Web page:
That’s because even with automation, a security policy must remain accessible and understandable for an SSI to be effective. And with an increase in engineering-led security teams, engineering and operations groups need to and often do make self-service modifications to policies or add new policies along the way. A successful SSI must provide both the ability for self-service modifications and automated detection of drifts in the policy.
Established trends like continuous integration and testing have rendered the governance checkpoint, or a gate relying on data from a point-in-time scan, obsolete. As BSIMM co-author John Steven put it in a post a year ago, the security gate method meant “create code, stop, test it; compile code, stop, test it; then deploy code (to staging), stop, test it.” That’s no longer compatible with a continuous delivery environment.
BSIMM11 documents that organizations are implementing modern defect-discovery tools, both open source and commercial, and favoring monitoring and continuous reporting approaches. This means defect discovery is no longer slowing development; the focus is on creating resiliency through low-latency and continuous detection loops.
Organizations can no longer perform all traditional SDLC security activities in compartmentalized SDLC phases. Instead, security activities are being expanded across all phases as a continuous effort. This is what the BSIMM authors mean when they say that “shift left,” a term they coined more than a decade ago, was never meant to be taken as shift only left, but instead to shift everywhere. That means conducting a security activity as quickly as possible, with the highest fidelity, as soon as the artifacts on which that activity depends are available. In some cases that does mean shift left—to the beginning of the SDLC. But in other cases, it will mean the middle or to the right.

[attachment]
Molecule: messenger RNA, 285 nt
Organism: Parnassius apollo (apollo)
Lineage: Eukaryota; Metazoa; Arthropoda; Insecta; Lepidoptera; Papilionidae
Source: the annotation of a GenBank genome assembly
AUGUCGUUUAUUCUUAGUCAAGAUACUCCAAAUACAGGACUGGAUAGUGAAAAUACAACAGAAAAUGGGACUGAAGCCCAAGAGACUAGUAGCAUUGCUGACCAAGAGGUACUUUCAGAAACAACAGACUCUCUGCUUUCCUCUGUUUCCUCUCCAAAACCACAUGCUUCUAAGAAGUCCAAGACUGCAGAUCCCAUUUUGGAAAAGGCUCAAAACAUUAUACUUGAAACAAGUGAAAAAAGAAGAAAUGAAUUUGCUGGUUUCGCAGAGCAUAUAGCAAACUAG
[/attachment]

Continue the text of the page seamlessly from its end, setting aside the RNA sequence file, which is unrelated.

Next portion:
BSIMM11 notes that in some organizations, security is becoming part of quality, which is becoming part of reliability, which is becoming part of resilience—the operational goal for many engineering groups.
This trend has been building for a while. Previous BSIMMs have observed that organizations have been dramatically improving their quality assurance practices over the past several years.
BSIMM11 found that this is still true. Organizations are being more proactive in their efforts to build reliable software by adding activities to the development lifecycle.
Paired with this effort is the adoption of resilience practices, most prevalently in engineering-led initiatives. Software security activities are integral parts of both quality assurance and resilience. Many security testing activities, like SAST and SCA, fit naturally into quality assurance practices.
But engineering groups are making it clear that they want security testing tools that run in cadence and invisibly in their toolchains. In some cases, free and open source tools are currently more valuable in those groups’ processes and culture than more-thorough commercial tools that contribute, or appear to contribute, more friction than value.
That means software security leaders who speak only the language of “penetrate and patch” will soon be “patched” out of the value stream by engineering teams that have moved on.